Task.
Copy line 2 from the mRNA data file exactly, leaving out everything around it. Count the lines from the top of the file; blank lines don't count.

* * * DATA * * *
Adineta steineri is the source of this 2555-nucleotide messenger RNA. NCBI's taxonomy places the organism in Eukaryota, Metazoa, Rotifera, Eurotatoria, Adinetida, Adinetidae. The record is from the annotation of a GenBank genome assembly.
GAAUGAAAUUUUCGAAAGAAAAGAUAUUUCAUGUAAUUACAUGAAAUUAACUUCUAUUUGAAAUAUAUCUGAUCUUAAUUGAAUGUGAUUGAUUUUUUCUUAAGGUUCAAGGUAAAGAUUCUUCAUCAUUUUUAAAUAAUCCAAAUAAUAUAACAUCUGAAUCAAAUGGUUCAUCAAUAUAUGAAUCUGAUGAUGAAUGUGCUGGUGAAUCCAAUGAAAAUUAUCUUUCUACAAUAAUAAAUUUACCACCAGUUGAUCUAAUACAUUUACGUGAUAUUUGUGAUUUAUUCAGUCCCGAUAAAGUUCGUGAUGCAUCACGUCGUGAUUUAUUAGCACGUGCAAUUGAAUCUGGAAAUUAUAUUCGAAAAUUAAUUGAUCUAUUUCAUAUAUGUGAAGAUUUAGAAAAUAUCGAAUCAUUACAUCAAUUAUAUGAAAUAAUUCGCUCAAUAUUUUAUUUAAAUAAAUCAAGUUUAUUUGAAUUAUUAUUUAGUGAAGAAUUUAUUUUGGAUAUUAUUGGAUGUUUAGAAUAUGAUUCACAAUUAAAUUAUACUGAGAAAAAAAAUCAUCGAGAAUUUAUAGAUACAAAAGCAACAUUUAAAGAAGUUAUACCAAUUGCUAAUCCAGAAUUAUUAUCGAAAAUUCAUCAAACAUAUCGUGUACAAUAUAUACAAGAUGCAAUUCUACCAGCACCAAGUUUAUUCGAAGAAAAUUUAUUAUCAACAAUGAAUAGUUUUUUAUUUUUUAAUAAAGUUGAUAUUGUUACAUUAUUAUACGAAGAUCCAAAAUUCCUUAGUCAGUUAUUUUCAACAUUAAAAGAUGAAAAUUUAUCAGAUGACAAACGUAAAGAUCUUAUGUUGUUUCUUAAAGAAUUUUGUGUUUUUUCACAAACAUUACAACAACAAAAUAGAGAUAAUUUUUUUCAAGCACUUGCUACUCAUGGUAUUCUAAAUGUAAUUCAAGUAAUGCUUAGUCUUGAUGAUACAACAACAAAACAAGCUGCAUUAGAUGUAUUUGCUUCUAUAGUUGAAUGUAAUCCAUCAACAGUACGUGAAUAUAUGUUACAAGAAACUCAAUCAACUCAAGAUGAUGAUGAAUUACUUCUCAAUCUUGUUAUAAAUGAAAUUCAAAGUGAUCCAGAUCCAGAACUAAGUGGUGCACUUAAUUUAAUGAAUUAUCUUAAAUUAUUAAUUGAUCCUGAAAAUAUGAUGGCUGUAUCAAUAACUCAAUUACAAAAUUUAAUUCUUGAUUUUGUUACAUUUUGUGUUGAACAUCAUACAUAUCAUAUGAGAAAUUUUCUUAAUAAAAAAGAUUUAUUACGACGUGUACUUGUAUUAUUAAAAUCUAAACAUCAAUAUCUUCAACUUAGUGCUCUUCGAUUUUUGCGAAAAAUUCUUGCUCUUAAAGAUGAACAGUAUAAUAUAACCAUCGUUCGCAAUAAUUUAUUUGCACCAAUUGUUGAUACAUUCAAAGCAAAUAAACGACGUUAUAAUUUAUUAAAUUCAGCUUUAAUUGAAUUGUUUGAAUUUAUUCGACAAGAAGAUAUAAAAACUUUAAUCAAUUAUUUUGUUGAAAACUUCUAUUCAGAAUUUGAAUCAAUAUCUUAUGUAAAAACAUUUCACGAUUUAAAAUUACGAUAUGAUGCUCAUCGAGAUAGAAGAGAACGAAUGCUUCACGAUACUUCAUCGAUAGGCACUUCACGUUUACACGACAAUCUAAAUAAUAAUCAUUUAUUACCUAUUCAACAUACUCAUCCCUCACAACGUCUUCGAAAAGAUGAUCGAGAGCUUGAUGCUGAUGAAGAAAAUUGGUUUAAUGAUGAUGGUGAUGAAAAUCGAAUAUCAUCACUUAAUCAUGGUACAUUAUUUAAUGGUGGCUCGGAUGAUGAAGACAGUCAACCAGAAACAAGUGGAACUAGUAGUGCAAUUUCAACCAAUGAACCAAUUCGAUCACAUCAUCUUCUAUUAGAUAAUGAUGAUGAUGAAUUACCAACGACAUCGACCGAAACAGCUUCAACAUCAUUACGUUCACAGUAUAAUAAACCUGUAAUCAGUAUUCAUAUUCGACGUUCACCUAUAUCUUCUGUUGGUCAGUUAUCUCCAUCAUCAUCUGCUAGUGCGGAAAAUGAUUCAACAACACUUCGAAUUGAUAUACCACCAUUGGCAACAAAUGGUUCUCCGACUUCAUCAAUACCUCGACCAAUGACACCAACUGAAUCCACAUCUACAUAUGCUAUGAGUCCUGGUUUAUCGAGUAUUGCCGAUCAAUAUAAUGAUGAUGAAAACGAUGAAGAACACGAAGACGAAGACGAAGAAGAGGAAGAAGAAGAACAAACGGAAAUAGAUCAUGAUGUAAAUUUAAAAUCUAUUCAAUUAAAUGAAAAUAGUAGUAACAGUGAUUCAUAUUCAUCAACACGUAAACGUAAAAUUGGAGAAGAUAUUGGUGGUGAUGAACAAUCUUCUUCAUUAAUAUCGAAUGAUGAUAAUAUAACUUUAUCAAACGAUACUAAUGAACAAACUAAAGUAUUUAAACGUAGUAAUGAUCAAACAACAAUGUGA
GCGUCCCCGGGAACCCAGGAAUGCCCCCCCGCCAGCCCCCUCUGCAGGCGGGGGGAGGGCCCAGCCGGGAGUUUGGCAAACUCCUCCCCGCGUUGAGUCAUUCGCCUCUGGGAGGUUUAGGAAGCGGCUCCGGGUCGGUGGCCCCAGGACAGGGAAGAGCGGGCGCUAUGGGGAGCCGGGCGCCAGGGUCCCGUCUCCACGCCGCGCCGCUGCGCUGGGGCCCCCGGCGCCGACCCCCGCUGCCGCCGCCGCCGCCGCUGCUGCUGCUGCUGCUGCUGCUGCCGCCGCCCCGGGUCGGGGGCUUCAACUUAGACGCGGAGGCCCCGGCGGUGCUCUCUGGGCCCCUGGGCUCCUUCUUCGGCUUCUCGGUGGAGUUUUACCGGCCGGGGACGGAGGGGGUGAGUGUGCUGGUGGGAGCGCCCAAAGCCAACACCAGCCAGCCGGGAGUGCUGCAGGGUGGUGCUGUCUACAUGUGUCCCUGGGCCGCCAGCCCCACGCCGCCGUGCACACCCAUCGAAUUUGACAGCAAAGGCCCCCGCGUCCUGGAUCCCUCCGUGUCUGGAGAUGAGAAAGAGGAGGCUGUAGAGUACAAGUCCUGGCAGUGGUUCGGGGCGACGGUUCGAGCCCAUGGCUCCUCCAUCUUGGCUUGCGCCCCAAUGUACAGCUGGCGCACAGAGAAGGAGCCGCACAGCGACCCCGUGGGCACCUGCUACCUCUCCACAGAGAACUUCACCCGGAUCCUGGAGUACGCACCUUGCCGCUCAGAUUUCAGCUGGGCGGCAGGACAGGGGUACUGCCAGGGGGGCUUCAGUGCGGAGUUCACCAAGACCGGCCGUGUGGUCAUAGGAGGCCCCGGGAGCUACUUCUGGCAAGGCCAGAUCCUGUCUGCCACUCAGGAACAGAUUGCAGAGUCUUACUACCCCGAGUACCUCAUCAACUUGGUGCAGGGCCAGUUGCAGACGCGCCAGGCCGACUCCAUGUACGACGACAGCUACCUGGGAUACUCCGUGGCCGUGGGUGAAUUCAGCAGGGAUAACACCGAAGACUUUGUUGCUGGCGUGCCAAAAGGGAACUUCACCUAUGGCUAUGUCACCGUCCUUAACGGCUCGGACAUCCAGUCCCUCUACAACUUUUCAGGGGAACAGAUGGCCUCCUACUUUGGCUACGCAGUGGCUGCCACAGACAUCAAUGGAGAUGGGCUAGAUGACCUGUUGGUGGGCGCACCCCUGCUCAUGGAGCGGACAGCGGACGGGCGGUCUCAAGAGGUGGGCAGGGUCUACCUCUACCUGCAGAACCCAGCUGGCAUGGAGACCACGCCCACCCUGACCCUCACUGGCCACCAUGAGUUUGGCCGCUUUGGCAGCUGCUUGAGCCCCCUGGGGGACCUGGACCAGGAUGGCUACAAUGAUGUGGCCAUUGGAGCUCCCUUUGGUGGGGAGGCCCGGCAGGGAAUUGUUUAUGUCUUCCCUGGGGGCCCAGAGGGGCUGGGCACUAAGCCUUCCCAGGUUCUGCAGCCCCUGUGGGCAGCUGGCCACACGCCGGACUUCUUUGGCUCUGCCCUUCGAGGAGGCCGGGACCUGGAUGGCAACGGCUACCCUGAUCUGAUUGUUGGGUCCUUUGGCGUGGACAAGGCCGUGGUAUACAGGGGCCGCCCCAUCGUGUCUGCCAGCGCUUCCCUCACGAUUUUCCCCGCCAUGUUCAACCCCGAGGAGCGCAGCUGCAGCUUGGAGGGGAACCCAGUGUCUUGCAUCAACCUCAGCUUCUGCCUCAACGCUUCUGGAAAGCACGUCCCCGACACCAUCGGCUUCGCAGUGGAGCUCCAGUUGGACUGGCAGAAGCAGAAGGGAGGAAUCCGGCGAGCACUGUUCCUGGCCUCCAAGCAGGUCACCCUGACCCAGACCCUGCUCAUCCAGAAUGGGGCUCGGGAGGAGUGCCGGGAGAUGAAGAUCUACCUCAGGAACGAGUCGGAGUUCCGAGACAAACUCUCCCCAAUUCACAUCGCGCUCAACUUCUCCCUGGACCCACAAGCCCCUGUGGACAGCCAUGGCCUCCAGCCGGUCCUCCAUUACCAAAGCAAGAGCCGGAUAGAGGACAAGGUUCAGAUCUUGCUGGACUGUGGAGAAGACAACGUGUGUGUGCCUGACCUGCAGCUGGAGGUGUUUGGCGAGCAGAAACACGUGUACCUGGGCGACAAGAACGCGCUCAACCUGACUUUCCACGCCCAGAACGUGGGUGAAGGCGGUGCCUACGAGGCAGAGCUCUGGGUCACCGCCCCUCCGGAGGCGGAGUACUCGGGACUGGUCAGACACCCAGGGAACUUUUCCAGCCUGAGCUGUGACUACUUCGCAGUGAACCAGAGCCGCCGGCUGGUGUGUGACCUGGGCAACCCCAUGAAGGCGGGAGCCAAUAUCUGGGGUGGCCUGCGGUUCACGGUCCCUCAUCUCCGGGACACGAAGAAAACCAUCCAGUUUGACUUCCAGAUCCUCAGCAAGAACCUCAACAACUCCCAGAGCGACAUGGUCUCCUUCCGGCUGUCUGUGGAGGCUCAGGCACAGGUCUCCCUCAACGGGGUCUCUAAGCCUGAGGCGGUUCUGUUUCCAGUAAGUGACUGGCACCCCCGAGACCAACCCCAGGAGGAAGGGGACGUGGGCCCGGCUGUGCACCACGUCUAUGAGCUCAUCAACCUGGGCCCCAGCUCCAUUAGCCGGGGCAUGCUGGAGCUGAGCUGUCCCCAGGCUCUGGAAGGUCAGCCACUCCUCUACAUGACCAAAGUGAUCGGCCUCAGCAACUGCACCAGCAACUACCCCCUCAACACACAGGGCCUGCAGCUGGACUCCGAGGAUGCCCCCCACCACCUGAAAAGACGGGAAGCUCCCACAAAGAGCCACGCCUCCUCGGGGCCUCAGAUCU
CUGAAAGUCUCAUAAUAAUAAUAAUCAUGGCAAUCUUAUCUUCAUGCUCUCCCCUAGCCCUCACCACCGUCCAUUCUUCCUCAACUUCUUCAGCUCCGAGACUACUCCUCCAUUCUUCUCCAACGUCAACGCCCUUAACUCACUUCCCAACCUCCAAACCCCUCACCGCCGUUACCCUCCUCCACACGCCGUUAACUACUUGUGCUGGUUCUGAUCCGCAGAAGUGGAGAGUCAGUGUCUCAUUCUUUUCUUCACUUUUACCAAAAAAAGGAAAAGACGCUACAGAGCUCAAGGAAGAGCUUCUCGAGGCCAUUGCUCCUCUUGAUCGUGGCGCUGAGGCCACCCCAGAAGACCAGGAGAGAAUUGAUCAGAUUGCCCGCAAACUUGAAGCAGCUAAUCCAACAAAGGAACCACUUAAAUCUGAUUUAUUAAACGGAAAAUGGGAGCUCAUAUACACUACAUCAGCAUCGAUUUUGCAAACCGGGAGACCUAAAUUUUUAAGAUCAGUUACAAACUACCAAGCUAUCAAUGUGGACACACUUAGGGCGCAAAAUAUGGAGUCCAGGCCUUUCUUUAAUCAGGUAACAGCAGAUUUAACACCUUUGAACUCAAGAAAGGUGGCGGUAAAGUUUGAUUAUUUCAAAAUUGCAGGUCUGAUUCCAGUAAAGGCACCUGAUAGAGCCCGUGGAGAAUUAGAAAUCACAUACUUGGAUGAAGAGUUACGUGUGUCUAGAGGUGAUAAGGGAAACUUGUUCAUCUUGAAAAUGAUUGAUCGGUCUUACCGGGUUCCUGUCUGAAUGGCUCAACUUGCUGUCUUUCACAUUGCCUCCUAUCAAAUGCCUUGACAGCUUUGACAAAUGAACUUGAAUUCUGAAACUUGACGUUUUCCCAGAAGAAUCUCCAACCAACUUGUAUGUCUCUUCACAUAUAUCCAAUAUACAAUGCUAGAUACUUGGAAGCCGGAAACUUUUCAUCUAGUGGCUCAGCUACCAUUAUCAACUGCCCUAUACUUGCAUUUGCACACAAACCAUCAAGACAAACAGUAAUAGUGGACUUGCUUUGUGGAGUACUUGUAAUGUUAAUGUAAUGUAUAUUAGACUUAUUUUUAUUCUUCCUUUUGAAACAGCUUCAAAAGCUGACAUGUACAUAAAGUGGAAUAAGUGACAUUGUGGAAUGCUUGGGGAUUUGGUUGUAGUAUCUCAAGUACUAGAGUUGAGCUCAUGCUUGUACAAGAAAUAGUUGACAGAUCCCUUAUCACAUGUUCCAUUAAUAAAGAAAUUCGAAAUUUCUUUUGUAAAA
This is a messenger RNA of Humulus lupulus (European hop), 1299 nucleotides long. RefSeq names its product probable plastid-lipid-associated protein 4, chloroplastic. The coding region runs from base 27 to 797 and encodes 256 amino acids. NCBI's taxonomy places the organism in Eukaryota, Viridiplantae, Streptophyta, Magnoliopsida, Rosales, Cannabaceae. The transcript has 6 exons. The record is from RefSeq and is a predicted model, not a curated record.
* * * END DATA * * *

GAAUGAAAUUUUCGAAAGAAAAGAUAUUUCAUGUAAUUACAUGAAAUUAACUUCUAUUUGAAAUAUAUCUGAUCUUAAUUGAAUGUGAUUGAUUUUUUCUUAAGGUUCAAGGUAAAGAUUCUUCAUCAUUUUUAAAUAAUCCAAAUAAUAUAACAUCUGAAUCAAAUGGUUCAUCAAUAUAUGAAUCUGAUGAUGAAUGUGCUGGUGAAUCCAAUGAAAAUUAUCUUUCUACAAUAAUAAAUUUACCACCAGUUGAUCUAAUACAUUUACGUGAUAUUUGUGAUUUAUUCAGUCCCGAUAAAGUUCGUGAUGCAUCACGUCGUGAUUUAUUAGCACGUGCAAUUGAAUCUGGAAAUUAUAUUCGAAAAUUAAUUGAUCUAUUUCAUAUAUGUGAAGAUUUAGAAAAUAUCGAAUCAUUACAUCAAUUAUAUGAAAUAAUUCGCUCAAUAUUUUAUUUAAAUAAAUCAAGUUUAUUUGAAUUAUUAUUUAGUGAAGAAUUUAUUUUGGAUAUUAUUGGAUGUUUAGAAUAUGAUUCACAAUUAAAUUAUACUGAGAAAAAAAAUCAUCGAGAAUUUAUAGAUACAAAAGCAACAUUUAAAGAAGUUAUACCAAUUGCUAAUCCAGAAUUAUUAUCGAAAAUUCAUCAAACAUAUCGUGUACAAUAUAUACAAGAUGCAAUUCUACCAGCACCAAGUUUAUUCGAAGAAAAUUUAUUAUCAACAAUGAAUAGUUUUUUAUUUUUUAAUAAAGUUGAUAUUGUUACAUUAUUAUACGAAGAUCCAAAAUUCCUUAGUCAGUUAUUUUCAACAUUAAAAGAUGAAAAUUUAUCAGAUGACAAACGUAAAGAUCUUAUGUUGUUUCUUAAAGAAUUUUGUGUUUUUUCACAAACAUUACAACAACAAAAUAGAGAUAAUUUUUUUCAAGCACUUGCUACUCAUGGUAUUCUAAAUGUAAUUCAAGUAAUGCUUAGUCUUGAUGAUACAACAACAAAACAAGCUGCAUUAGAUGUAUUUGCUUCUAUAGUUGAAUGUAAUCCAUCAACAGUACGUGAAUAUAUGUUACAAGAAACUCAAUCAACUCAAGAUGAUGAUGAAUUACUUCUCAAUCUUGUUAUAAAUGAAAUUCAAAGUGAUCCAGAUCCAGAACUAAGUGGUGCACUUAAUUUAAUGAAUUAUCUUAAAUUAUUAAUUGAUCCUGAAAAUAUGAUGGCUGUAUCAAUAACUCAAUUACAAAAUUUAAUUCUUGAUUUUGUUACAUUUUGUGUUGAACAUCAUACAUAUCAUAUGAGAAAUUUUCUUAAUAAAAAAGAUUUAUUACGACGUGUACUUGUAUUAUUAAAAUCUAAACAUCAAUAUCUUCAACUUAGUGCUCUUCGAUUUUUGCGAAAAAUUCUUGCUCUUAAAGAUGAACAGUAUAAUAUAACCAUCGUUCGCAAUAAUUUAUUUGCACCAAUUGUUGAUACAUUCAAAGCAAAUAAACGACGUUAUAAUUUAUUAAAUUCAGCUUUAAUUGAAUUGUUUGAAUUUAUUCGACAAGAAGAUAUAAAAACUUUAAUCAAUUAUUUUGUUGAAAACUUCUAUUCAGAAUUUGAAUCAAUAUCUUAUGUAAAAACAUUUCACGAUUUAAAAUUACGAUAUGAUGCUCAUCGAGAUAGAAGAGAACGAAUGCUUCACGAUACUUCAUCGAUAGGCACUUCACGUUUACACGACAAUCUAAAUAAUAAUCAUUUAUUACCUAUUCAACAUACUCAUCCCUCACAACGUCUUCGAAAAGAUGAUCGAGAGCUUGAUGCUGAUGAAGAAAAUUGGUUUAAUGAUGAUGGUGAUGAAAAUCGAAUAUCAUCACUUAAUCAUGGUACAUUAUUUAAUGGUGGCUCGGAUGAUGAAGACAGUCAACCAGAAACAAGUGGAACUAGUAGUGCAAUUUCAACCAAUGAACCAAUUCGAUCACAUCAUCUUCUAUUAGAUAAUGAUGAUGAUGAAUUACCAACGACAUCGACCGAAACAGCUUCAACAUCAUUACGUUCACAGUAUAAUAAACCUGUAAUCAGUAUUCAUAUUCGACGUUCACCUAUAUCUUCUGUUGGUCAGUUAUCUCCAUCAUCAUCUGCUAGUGCGGAAAAUGAUUCAACAACACUUCGAAUUGAUAUACCACCAUUGGCAACAAAUGGUUCUCCGACUUCAUCAAUACCUCGACCAAUGACACCAACUGAAUCCACAUCUACAUAUGCUAUGAGUCCUGGUUUAUCGAGUAUUGCCGAUCAAUAUAAUGAUGAUGAAAACGAUGAAGAACACGAAGACGAAGACGAAGAAGAGGAAGAAGAAGAACAAACGGAAAUAGAUCAUGAUGUAAAUUUAAAAUCUAUUCAAUUAAAUGAAAAUAGUAGUAACAGUGAUUCAUAUUCAUCAACACGUAAACGUAAAAUUGGAGAAGAUAUUGGUGGUGAUGAACAAUCUUCUUCAUUAAUAUCGAAUGAUGAUAAUAUAACUUUAUCAAACGAUACUAAUGAACAAACUAAAGUAUUUAAACGUAGUAAUGAUCAAACAACAAUGUGA